Sussex Day is the the 16th of June, the feast day of local saint, Richard.
Saint Richard was born in the town of Wyche (modern Droitwich, Worcestershire) in 1197. A member of a gentry family, he initially farmed his elder brother’s estates who, according to legend, offered him land and a marriage arrangement but Richard refused these, preferring a life of study and the church. He was educated at the University of Oxford and soon began to teach there, proceeding to the University of Paris and then the University of Bologna. In 1235, upon his return to England, he was elected chancellor of Oxford University andin about 1237, became chancellor of the diocese of Canterbury under Archbishop Edmund Rich.
Some time after Edmund’s death in 1240, Richard became vicar of Deal then in 1244 he was elected Bishop of Chichester, although King Henry III favoured Robert Passelewe over him. Archbishop of Canterbury, Boniface refused to confirm Passelew, so both sides appealed to the Pope. The king confiscated the See’s properties and revenues but Pope Innocent IV confirmed Richard’s election and consecrated him bishop at Lyons in March 1245. Richard then returned to Chichester but the king refused to restore the See’s properties for two years, and then did so only after being threatened with excommunication. Henry III forbade anyone to house or feed Richard! At first, Richard lived at Tarring, Sussex in the house of his friend Simon, the local parish priest. Richard visited his entire diocese, practically the whole county of Sussex, on foot.
Richard was merciless to usurers, corrupt clergy and priests “who mumbled the Mass”. He was also a stickler for clerical privilege. When the men of Lewes dragged a thief out of sanctuary and hanged him, he made them cut down the corpse and bury it in the sanctuary. On one occasion being short of charity, he commanded that his horse or silver cup be sold and when his steward protested, he replied “Is it that just that you and I should eat and drink out of silver vessels where Christ in His poor is perishing with hunger?”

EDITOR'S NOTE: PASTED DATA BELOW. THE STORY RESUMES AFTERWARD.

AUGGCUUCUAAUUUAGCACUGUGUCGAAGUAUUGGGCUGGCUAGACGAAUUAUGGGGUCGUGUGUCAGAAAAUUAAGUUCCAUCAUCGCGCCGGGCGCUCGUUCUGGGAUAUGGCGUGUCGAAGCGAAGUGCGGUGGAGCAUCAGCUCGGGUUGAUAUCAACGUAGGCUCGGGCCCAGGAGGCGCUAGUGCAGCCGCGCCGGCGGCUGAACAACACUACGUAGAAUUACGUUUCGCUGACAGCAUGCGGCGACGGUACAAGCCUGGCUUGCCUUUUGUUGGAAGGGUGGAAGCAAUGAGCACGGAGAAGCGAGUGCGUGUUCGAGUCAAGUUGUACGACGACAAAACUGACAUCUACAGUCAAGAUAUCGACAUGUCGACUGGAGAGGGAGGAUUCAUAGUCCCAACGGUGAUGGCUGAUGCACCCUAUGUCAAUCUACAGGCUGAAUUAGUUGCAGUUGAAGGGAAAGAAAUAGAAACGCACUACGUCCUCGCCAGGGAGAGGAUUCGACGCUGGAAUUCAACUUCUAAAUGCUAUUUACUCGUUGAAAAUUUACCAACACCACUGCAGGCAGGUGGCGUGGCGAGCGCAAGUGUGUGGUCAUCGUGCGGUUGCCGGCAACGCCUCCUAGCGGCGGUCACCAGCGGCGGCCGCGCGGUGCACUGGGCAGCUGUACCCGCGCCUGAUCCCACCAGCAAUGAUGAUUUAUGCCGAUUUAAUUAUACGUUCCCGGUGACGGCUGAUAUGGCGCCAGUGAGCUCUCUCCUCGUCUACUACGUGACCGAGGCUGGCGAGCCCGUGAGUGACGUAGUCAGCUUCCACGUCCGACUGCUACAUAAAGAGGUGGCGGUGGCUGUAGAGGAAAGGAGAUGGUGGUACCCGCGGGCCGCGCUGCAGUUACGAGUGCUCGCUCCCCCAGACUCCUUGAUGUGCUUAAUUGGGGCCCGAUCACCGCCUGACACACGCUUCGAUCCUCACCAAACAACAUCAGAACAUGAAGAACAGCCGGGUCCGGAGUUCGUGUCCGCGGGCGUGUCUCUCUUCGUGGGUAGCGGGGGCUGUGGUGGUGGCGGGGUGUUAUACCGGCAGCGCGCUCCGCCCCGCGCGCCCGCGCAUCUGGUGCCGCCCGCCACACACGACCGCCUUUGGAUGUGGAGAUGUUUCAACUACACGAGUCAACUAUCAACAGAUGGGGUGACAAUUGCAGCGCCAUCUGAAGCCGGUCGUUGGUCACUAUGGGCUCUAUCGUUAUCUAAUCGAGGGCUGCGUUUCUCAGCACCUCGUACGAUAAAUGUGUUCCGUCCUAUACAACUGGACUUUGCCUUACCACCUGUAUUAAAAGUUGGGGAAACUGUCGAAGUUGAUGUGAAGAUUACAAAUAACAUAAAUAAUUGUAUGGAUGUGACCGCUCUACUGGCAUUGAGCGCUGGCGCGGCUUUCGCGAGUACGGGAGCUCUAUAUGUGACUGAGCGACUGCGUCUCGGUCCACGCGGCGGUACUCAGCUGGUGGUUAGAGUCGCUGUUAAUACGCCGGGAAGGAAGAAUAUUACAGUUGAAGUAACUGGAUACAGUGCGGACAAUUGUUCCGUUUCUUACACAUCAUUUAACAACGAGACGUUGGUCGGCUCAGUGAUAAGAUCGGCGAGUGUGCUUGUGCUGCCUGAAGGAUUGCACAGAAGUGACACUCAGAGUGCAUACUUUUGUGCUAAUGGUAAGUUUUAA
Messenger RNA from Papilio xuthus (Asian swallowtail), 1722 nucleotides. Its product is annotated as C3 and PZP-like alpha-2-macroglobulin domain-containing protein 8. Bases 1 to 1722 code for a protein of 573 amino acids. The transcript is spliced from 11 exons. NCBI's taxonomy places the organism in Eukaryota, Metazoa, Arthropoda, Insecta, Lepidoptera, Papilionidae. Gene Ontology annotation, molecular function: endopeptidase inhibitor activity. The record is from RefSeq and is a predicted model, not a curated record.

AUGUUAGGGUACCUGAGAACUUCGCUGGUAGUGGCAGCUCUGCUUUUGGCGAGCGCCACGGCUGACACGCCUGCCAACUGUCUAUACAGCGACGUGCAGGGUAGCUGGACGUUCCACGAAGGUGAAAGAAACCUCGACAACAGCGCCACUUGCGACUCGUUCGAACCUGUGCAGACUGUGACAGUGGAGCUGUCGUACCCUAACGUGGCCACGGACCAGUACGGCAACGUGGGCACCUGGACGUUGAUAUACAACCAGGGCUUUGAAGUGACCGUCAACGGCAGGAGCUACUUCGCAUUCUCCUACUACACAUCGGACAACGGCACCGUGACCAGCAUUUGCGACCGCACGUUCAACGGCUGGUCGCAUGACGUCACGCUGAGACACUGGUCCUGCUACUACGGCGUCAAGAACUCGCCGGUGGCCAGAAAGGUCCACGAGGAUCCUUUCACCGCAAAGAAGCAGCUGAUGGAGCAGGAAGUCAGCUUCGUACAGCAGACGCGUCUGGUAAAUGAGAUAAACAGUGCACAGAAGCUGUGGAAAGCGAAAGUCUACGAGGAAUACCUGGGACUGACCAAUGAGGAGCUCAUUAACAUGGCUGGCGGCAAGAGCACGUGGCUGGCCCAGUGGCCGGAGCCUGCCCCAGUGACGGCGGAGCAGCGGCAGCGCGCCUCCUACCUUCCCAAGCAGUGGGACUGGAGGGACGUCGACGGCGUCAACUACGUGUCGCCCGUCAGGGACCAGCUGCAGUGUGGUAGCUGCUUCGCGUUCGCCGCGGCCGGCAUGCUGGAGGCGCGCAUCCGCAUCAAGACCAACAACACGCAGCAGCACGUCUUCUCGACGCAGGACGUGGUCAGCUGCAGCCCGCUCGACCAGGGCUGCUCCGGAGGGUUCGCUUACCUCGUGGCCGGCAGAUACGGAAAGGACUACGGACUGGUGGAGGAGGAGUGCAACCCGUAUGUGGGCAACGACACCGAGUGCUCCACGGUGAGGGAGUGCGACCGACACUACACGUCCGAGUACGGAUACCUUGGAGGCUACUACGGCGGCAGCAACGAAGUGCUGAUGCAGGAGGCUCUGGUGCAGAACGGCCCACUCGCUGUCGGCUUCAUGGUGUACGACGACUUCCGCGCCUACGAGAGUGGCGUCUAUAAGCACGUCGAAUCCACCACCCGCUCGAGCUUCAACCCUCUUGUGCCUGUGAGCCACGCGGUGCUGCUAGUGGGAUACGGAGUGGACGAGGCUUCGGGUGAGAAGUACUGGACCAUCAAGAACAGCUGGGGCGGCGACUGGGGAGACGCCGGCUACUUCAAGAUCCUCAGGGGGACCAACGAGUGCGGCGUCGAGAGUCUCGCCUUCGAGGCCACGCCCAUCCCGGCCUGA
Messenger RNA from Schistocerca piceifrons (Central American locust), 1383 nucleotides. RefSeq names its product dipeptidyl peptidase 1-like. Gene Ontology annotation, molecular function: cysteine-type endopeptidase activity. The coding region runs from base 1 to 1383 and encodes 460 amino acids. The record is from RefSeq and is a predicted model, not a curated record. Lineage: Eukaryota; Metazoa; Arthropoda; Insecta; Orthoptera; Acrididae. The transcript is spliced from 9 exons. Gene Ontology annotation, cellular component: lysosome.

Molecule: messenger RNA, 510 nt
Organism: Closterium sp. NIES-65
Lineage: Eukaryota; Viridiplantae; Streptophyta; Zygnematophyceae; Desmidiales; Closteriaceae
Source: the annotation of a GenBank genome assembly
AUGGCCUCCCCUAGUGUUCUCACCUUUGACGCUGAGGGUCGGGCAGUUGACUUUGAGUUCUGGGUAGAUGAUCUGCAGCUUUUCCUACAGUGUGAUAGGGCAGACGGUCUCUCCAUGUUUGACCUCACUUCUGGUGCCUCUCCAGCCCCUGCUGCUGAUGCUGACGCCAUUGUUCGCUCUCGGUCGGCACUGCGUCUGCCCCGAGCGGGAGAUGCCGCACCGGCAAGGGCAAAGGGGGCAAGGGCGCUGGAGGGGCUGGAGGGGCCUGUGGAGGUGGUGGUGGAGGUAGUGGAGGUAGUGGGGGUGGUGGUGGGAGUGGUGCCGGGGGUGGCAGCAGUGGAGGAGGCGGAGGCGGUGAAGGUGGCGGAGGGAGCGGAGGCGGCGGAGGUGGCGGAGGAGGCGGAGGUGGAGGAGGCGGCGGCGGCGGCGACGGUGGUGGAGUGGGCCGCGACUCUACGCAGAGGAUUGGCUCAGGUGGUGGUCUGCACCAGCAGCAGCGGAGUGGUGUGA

At midnight on 3 April 1253, Richard died at the Maison Dieu in Dover, Kent. His internal organs were removed and placed in that chapel’s altar. Later his body was carried to Chichester where he was buried, according to his wishes, in the chapel on the north side of the nave, shown below. The chapel that had been dedicated to his patron, St Edmund. His body remained there until it was translated to its new shrine in Chichester on 16th June 1276. This date therefore later became to feast day of Richard and has been celebrated in Sussex ever since. On the 16th of June 1276, Chichester was for a few hours the centre of England, when King Edward I, Queen Eleanor, the Archbishop of Canterbury and other bishops, and a great crowd of people came to honour St Richard. He had been Bishop of Chichester for just over eight years but in that brief time became beloved of the people of Sussex. His tomb immediately became a place of pilgrimage and prayer.
Richard was Canonised in 1262. To become a saint, the person in question must have performed miracles in his or her lifetime. The story of one of Richard’s miracles tells that Richard, tired and ill from his labours, was celebrating mass and dropped the chalice containing the consecrated wine. Miraculously, none of the sacramental Blood of Christ spilled! Accordingly, symbolising this miracle, Richard’s coat of arms is a white cross on a red field with a cup in each quarter of the shield, shown here
in the form of an armorial banner and pictured below. This is known as the ‘Cross of St Richard’.
Richard became patron saint of Sussex in the fifteenth century. He is also patron saint of coach drivers. From the 13th to the 16th Century, few Sussex men failed to invoke him in their daily “orisons” or to bequeath something to his shrine, in their wills. From the Order of the Eucharist on St Richard’s Day;
” Father we give you thanks that your glory is revealed in St Richard.
In his life you have given us an example of faithfulness to Christ.
In his holiness we find encouragement and hope.
In our communion with him we share the unity of your Kingdom. ”
The idea of a Sussex Day was that of Ian Steedman of Worthing, a day to focus on the county’s rich heritage and culture. Inspired by the practice of the feast days of the patron saints of the home nations, being adopted as national days and with Richard being the patron saint of Sussex and his feast day of June 16th already being celebrated by churches across the county, in 2006 Steedman suggested the idea of celebrating the date as Sussex Day, to Henry Smith, then leader of West Sussex Council. Smith liked the idea and West Sussex Council officially recognised June 16th as ‘Sussex Day’ in 2007. It has since been recognised by all the main local authorities in Sussex.